Martha Cooper is a documentary photographer who has specialized in shooting graffiti and street art for over thirty-five years. Her books include Subway Art, a collaboration with Henry Chalfant, R.I.P.: Memorial Wall Art, Hip Hop Files 1980-1984, We B*Girlz, Street Play, New York State of Mind, Tag Town, Going Postal, and Tokyo Tattoo 1970. She lives in Manhattan but can frequently be found at street art festivals worldwide. You can follow her travels on Instagram @marthacoopergram.
In 1978 I was one of 15 staff photographer of the New York Post, a daily newspaper located in a building in lower Manhattan. We cruised around in cars waiting to be sent out on assignment through 2-way radios which connected to the photo editor as mobile phones were not yet available.
In addition to the ever-breaking news stories, we were supposed to look for random feature photos called “weather” shots. As I headed back to the Post each day to develop my film, I began to take a route through Alphabet City, Avenues A, B, C, and D to see if I could find anything interesting. At the time this neighbourhood was full of vacant lots and abandoned buildings, forbidding to adults but enticing to kids. I began taking photos of children playing creatively, often with toys they fashioned from trash.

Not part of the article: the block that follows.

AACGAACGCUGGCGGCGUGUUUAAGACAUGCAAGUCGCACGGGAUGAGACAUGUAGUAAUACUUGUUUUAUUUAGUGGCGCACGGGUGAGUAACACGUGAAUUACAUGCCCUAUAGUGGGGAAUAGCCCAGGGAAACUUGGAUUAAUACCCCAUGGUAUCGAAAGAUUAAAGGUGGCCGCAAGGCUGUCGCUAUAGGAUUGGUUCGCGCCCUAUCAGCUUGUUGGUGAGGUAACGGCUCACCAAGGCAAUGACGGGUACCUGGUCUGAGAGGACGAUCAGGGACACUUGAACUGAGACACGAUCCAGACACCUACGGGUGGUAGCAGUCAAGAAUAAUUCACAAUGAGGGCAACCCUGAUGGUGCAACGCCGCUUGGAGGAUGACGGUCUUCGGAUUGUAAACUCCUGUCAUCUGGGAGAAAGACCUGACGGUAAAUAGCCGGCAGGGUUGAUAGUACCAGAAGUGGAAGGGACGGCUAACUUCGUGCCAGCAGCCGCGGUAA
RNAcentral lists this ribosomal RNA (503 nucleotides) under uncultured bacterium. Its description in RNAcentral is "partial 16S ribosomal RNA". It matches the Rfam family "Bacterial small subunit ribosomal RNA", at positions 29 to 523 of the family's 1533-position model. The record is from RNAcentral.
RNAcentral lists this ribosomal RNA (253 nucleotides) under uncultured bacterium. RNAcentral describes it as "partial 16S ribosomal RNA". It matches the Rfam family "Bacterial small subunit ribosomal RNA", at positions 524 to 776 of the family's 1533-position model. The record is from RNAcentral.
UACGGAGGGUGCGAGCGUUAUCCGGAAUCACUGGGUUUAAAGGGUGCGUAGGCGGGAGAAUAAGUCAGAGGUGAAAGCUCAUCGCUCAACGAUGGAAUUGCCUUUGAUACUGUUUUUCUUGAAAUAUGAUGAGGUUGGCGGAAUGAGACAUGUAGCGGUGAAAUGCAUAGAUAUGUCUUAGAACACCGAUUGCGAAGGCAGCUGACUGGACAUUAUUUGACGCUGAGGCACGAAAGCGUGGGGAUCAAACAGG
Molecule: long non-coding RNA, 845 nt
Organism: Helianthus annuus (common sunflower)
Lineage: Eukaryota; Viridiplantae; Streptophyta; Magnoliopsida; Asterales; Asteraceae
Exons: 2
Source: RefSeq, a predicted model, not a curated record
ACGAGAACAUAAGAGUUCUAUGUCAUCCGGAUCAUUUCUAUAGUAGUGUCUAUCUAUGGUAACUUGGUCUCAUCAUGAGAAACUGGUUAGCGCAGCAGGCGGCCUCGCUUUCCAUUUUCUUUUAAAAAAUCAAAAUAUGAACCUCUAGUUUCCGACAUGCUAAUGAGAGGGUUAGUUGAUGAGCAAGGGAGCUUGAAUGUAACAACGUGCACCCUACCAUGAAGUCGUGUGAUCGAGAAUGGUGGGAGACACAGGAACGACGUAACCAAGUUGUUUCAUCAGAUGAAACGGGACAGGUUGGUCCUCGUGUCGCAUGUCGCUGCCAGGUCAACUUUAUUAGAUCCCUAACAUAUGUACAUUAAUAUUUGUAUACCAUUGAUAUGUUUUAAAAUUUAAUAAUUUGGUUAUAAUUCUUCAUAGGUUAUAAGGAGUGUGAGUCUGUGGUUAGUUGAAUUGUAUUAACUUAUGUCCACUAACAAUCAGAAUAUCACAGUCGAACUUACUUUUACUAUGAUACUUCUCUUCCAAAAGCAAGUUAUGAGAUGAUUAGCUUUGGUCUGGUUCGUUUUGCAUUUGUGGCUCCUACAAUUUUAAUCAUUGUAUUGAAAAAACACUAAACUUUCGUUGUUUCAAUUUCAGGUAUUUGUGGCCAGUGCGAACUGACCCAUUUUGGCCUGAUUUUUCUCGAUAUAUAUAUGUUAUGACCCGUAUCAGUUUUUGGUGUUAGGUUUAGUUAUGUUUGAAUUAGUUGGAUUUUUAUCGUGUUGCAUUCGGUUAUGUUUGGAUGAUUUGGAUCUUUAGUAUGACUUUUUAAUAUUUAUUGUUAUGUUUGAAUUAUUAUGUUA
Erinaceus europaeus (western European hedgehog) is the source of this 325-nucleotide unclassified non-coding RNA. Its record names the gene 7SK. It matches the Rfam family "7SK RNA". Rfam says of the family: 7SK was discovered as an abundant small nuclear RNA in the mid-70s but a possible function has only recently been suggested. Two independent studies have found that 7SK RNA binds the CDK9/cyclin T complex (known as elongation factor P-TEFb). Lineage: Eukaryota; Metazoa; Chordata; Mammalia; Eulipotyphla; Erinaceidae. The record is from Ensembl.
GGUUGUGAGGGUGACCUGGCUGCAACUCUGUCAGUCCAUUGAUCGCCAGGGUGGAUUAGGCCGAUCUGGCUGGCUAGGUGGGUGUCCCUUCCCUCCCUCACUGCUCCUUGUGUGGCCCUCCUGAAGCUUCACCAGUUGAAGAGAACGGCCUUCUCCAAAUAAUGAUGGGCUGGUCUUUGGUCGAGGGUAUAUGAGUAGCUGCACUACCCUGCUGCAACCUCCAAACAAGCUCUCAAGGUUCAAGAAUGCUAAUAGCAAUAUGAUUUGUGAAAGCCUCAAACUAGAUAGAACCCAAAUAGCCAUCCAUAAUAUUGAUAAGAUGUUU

One day a boy showed me a notebook with sketches and explained that he had been practicing to paint his name, HE3, on walls. That was the first time I understood that the graffiti letters I saw everywhere were actually nicknames. I was fascinated by the idea that kids were designing their names before writing them in public. He3 offered to introduce me to a king and the king turned out to be Dondi. Dondi allowed me to enter the fascinating world of graffiti. In 1980, I quit my well-paying, union job in order to spend more time trying to photograph freshly painted trains. Some people thought I was crazy but it’s a decision I’ve never regretted.